- One full ginger root peeled (the size would cover the palm of your hand 1.5x), peeled and shredded with a carrot shaver or cheese grater
- Juice of one full, organic lemon
- 1 teaspoon Himalayan pink salt
Mix together and put in a jar. Let “pickle” overnight and take ½-1 teaspoon before bigger meals daily for 2-4 weeks.
Supplements to Balance Stomach Acid
I like to use the little-known Trikatu, an Ayuverdic herbal blend of herbs and spices that acts almost like an adaptogen. It helps the body produce more of its own HCL and digestive enzymes, thereby increasing nutrient absorption. It’s also a gentler approach than using straight, HCL – although I have witnessed immeasurable times the near-magic that HCL supplementation can do as well.
This is why I’m sharing with you what is called the HCL challenge. In the HCL challenge, we supplement with HCL to the point of burning, and then back off by 1. By repeating this process, one can challenge the body to begin to produce its own natural amounts of HCL again.
Before you jump right in to taking HCL, you should read up on Dr. Wright’s info from his book, Why Stomach Acid is Good for You because he highly advises against taking HCL if you are taking any kind of pharmaceutical or over the counter anti-inflammatory like Prednisone, aspirin, or ibuprofen. These medications can damage the lining of the gastrointestinal tract and adding HCL to the mix could aggravate that or increase the risk of an ulcer.
“This simple test can help you determine whether you have the appropriate level of hydrochloric acid in your stomach for optimal digestion. You should not complete this test, however, if you have ulcers or are currently taking antacid medications.
Begin by taking 1 capsule of betaine hydrochloride (BH) before your largest meal of the day. You should feel a burning or warming sensation in your stomach or upper abdomen. You may also feel slightly “acidic,” or as though you have indigestion. Any reaction of this nature indicates you should stop taking the pills and that your stomach acid is sufficient. This is a good test to repeat each year since stomach acid levels tend to decrease with age as well as stress.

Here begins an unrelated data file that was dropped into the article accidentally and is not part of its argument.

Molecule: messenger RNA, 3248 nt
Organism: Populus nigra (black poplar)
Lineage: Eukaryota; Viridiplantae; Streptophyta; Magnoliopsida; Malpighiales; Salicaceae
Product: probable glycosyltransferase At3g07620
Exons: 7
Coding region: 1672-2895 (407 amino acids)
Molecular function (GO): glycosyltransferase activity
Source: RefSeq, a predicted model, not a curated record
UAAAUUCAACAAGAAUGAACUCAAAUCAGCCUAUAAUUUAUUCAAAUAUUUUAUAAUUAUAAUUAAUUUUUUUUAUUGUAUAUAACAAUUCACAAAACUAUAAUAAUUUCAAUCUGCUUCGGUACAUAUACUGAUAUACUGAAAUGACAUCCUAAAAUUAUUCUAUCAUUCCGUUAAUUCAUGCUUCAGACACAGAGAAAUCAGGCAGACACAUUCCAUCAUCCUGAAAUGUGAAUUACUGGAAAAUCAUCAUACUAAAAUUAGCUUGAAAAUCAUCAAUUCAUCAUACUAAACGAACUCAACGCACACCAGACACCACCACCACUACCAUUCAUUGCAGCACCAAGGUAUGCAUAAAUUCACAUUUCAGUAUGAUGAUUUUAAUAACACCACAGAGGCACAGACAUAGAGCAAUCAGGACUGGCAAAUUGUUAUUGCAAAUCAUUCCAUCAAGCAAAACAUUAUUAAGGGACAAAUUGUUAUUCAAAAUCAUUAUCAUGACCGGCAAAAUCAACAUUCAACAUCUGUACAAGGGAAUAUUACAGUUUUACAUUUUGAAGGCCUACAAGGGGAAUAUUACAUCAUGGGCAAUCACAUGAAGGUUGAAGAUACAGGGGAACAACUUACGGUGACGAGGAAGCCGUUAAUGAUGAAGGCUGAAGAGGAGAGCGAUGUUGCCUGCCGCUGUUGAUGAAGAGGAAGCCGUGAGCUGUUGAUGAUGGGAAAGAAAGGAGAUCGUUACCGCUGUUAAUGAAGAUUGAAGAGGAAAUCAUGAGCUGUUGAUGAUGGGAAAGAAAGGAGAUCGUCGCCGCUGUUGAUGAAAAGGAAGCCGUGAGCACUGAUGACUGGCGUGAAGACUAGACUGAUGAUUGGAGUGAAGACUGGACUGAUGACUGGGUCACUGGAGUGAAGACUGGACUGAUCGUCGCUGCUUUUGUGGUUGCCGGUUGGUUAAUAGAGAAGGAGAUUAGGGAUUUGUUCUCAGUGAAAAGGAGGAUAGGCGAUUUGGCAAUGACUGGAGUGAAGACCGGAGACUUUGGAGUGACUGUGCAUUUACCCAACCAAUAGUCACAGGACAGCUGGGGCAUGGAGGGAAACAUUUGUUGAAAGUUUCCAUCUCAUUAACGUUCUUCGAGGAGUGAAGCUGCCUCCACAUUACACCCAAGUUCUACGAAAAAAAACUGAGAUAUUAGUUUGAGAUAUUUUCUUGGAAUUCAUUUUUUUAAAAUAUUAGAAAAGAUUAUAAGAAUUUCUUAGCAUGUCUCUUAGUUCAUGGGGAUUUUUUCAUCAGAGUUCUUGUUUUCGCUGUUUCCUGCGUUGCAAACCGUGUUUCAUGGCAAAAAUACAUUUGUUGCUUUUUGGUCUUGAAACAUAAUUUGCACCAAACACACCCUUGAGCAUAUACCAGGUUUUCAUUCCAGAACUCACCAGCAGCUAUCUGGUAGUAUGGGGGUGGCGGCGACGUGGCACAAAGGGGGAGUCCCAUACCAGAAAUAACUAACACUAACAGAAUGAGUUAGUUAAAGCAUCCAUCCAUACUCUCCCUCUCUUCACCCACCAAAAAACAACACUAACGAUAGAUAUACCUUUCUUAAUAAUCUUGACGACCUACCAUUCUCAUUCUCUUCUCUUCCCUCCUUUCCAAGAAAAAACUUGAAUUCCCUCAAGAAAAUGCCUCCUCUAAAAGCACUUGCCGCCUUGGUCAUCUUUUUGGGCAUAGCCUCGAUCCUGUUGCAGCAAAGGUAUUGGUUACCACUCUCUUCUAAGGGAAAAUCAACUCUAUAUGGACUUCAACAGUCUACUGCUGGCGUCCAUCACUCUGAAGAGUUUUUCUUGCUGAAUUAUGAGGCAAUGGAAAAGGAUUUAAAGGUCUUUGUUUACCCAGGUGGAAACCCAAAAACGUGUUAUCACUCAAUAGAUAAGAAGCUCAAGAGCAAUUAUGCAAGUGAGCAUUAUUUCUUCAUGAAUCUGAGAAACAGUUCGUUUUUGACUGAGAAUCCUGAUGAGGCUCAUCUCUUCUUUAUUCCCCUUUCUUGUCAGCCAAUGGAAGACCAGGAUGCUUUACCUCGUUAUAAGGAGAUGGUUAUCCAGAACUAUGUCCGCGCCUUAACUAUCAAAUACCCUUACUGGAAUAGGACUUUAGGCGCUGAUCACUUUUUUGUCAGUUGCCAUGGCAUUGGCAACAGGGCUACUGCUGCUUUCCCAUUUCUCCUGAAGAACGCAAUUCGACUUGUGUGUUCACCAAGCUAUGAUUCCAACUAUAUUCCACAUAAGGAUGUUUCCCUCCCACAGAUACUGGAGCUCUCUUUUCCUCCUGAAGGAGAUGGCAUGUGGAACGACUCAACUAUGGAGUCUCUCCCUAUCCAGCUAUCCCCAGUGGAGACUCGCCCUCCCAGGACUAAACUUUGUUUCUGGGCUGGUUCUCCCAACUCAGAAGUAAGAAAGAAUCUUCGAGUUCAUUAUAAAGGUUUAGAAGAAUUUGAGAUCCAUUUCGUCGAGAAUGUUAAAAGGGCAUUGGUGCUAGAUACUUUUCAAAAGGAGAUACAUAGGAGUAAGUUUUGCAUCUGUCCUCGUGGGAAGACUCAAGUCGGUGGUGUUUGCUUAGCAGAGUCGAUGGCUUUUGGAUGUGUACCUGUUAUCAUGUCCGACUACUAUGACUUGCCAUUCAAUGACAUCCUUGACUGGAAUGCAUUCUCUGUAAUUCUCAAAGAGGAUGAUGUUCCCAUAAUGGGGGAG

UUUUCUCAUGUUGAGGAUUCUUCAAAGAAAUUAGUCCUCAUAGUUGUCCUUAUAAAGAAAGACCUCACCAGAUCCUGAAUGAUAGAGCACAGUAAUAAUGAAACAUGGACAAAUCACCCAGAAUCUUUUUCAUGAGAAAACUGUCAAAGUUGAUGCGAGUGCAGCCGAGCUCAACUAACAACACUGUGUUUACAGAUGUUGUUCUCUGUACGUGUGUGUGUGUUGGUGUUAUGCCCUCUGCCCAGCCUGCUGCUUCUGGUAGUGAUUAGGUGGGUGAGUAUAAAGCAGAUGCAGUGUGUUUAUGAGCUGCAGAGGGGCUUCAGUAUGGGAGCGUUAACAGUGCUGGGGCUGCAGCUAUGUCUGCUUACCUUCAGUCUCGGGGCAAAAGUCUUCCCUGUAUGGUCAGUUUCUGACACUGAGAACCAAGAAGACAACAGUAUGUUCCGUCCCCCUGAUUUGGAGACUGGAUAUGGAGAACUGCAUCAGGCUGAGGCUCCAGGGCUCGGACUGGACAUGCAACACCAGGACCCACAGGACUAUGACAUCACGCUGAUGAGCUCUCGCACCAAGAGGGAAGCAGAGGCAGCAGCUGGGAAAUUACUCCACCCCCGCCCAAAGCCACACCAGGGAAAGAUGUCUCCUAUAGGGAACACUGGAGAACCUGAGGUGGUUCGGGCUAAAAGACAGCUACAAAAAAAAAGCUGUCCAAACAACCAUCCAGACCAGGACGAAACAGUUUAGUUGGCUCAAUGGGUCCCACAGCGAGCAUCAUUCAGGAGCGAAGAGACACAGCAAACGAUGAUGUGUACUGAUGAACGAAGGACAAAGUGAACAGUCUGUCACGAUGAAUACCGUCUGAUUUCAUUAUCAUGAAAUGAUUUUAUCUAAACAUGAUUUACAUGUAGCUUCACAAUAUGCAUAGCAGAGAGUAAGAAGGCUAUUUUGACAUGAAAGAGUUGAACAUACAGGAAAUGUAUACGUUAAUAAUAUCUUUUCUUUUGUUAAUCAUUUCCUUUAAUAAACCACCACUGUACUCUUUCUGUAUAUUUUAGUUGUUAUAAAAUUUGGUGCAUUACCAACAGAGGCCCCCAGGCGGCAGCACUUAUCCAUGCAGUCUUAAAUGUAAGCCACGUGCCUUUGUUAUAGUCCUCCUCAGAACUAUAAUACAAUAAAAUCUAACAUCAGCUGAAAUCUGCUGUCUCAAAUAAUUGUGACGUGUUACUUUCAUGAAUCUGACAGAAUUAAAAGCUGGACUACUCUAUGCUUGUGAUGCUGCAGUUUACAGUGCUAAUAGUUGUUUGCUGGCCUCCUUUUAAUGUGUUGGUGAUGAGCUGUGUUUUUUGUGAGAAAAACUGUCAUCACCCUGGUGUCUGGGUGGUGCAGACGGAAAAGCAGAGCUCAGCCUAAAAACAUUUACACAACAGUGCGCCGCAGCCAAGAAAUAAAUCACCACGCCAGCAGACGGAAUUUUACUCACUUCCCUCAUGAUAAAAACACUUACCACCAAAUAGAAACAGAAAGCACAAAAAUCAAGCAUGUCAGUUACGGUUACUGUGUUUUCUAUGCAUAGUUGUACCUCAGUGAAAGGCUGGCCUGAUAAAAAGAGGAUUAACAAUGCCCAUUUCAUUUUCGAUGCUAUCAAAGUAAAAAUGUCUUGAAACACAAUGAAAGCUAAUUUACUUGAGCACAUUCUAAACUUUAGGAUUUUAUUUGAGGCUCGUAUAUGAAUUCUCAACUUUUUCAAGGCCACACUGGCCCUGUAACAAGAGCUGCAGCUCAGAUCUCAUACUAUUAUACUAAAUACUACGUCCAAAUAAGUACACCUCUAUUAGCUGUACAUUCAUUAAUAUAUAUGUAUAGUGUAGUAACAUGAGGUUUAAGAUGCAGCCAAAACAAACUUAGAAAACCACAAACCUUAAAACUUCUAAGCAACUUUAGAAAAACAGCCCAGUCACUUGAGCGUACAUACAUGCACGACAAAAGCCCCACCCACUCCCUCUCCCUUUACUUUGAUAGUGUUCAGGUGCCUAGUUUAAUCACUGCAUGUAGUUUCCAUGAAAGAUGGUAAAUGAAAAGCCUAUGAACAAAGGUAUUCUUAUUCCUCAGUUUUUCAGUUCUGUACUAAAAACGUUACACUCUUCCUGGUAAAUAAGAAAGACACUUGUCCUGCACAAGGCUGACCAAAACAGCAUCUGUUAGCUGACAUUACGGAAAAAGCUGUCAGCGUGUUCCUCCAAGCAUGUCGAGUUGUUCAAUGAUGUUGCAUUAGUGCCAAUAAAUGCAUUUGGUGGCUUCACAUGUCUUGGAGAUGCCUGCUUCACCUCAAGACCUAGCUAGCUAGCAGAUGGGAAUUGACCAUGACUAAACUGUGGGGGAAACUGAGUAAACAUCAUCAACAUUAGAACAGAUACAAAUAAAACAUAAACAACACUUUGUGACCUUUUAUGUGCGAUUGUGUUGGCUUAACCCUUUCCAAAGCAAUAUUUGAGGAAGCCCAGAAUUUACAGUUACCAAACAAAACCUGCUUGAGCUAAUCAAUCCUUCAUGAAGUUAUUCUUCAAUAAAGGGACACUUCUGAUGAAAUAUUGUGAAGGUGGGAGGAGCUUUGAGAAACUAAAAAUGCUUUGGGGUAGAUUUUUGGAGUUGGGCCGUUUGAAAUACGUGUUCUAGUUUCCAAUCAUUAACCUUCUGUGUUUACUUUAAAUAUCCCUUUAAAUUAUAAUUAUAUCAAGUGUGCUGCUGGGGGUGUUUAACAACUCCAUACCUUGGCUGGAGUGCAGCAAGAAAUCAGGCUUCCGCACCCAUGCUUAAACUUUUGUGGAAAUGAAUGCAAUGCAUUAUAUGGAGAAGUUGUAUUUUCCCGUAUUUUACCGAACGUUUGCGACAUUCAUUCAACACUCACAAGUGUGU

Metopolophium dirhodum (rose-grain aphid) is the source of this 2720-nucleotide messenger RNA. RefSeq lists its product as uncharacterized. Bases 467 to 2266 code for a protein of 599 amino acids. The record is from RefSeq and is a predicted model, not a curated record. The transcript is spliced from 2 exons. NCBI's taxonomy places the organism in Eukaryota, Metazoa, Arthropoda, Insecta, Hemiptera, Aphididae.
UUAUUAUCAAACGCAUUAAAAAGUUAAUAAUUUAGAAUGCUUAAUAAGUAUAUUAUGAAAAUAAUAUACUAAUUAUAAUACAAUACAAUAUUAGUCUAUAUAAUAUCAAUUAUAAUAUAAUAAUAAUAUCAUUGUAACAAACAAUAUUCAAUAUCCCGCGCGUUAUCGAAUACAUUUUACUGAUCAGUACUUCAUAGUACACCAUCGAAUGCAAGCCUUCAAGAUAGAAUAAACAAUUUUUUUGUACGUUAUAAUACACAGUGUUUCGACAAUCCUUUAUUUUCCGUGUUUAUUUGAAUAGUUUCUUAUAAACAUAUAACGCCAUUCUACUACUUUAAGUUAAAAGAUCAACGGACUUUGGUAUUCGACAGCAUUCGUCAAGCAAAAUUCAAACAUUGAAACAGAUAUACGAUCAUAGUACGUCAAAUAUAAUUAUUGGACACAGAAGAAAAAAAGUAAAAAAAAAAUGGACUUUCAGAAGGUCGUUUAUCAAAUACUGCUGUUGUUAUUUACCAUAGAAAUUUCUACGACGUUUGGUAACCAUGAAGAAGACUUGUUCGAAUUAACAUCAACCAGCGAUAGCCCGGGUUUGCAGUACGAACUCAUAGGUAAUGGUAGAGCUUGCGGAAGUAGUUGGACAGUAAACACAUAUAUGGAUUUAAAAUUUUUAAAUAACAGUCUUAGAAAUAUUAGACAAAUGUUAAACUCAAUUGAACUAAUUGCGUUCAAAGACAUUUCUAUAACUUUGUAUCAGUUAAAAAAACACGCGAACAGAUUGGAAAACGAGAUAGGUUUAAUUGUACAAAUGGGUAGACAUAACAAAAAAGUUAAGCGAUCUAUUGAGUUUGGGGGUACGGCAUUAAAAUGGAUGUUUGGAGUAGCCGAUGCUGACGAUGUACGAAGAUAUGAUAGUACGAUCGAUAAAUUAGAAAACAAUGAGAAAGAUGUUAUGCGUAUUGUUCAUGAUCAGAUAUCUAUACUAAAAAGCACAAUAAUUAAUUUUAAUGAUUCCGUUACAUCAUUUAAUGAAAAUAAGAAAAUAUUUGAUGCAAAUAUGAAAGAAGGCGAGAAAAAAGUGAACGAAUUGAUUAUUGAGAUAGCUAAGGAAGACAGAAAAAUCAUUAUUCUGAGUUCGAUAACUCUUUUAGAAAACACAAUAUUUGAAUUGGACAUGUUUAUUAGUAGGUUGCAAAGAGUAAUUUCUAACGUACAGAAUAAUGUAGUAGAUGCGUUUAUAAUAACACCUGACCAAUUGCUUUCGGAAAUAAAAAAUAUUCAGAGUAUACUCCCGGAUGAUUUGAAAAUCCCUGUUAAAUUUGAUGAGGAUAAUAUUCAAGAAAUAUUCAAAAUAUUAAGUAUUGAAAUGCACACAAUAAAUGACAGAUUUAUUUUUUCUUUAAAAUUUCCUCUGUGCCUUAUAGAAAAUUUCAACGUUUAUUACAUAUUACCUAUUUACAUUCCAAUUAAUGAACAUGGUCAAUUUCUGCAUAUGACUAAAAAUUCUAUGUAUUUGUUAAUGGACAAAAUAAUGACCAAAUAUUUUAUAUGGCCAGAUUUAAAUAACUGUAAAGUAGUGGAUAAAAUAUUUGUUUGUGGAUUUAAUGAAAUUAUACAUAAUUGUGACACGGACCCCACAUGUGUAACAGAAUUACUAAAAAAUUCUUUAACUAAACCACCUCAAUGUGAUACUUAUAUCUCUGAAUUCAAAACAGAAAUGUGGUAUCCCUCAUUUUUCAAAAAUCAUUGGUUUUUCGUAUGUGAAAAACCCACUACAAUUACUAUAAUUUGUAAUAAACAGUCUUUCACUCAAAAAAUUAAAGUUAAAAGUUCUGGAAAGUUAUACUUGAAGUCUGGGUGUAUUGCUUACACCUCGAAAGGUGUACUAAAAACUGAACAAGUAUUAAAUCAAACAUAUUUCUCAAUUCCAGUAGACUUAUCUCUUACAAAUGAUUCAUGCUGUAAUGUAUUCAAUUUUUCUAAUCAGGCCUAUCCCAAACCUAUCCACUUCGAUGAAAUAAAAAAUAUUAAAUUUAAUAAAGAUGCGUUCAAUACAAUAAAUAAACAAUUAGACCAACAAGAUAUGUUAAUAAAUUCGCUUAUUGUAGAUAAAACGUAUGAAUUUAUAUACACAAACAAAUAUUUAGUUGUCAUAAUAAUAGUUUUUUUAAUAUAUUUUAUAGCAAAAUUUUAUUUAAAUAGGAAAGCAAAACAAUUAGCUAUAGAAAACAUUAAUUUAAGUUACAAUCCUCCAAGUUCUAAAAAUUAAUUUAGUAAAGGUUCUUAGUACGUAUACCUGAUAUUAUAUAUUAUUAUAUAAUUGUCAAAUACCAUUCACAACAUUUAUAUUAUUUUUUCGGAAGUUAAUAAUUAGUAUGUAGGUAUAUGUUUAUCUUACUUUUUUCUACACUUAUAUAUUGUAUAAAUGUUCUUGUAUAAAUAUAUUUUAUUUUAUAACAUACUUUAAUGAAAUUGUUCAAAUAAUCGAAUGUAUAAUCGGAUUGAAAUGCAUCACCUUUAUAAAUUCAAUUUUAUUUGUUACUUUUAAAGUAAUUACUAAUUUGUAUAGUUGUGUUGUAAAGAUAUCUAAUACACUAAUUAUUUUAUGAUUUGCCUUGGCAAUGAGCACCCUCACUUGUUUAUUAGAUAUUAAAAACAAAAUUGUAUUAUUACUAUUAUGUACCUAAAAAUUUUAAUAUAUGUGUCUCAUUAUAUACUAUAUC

If no reaction is felt after taking the BH, repeat the process the following day with 2 pills before your largest meal. If you still do not feel anything, continue to increase by one pill per day until you feel any change in your digestive system or you reach the maximum of 14 pills. Remember, you should feel something after one or two pills – this is normal. Taking more without feeling any response is a definite indication your stomach acid level is low.
Once you reach the point at which you feel the warming or burning sensation it’s important to not cease taking the HCL capsules. In fact, you have just uncovered your level of deficiency. Simply take one less pill the next day and remain at this number of pills daily until the warming sensation returns. Continue to decrease in this manner by one pill each time you feel the warming sensation. This weaning down process restores your stomach acid levels.
Be patient and stick with it. This process will ensure you have just the right amount of stomach acid – not too much and not too little –for excellent nutrient absorption, one of the key secrets to looking and feeling your best every day.”
What Brands are Best?
As you know, I research supplement quality sort of obsessively because efficacy directly correlates to the quality of the supplements. In the video above I had Solaray but that was only because I ran out at home and that was all they had at Whole Foods the night before the show. It contains maltodextrin so I much prefer the quality of these four brands if you are going to supplement with HCL or employ the HCL challenge:
Other Strategies to Support Stomach Acid:
- 16 oz of room temperature (mineralized) water with 2 teaspoons of raw organic apple cider vinegar upon waking.
- Stress management such as breath work, yin yoga, or meditation.
- Test pH levels in the urine and saliva. Ideal pH is between 6.8-7.2.
- Increase dietary antioxidants
- Chew your food!
- Increase consumption of garlic. Allium, a substance that occurs naturally in garlic, helps prevent ulcers caused by the Helicobacter pylori (h. pylori) bacteria.
- Decrease consumption of coffee, tea, tobacco, sugar, alcohol, spices from hot peppers/hot sauce, and fried foods – all deplete HCL and thin the gut lining.
- Give your body time to digest. Try to go to bed before 10pm when digestion becomes active again.
For those interested in learning more about our 5 Steps to Gut Healing approach, details are at gutthrive.com. Or, if you already know about Gut Thrive and are ready to reboot your entire digestive system with us, join our wait list here. The next Gut Thrive course opens in early June!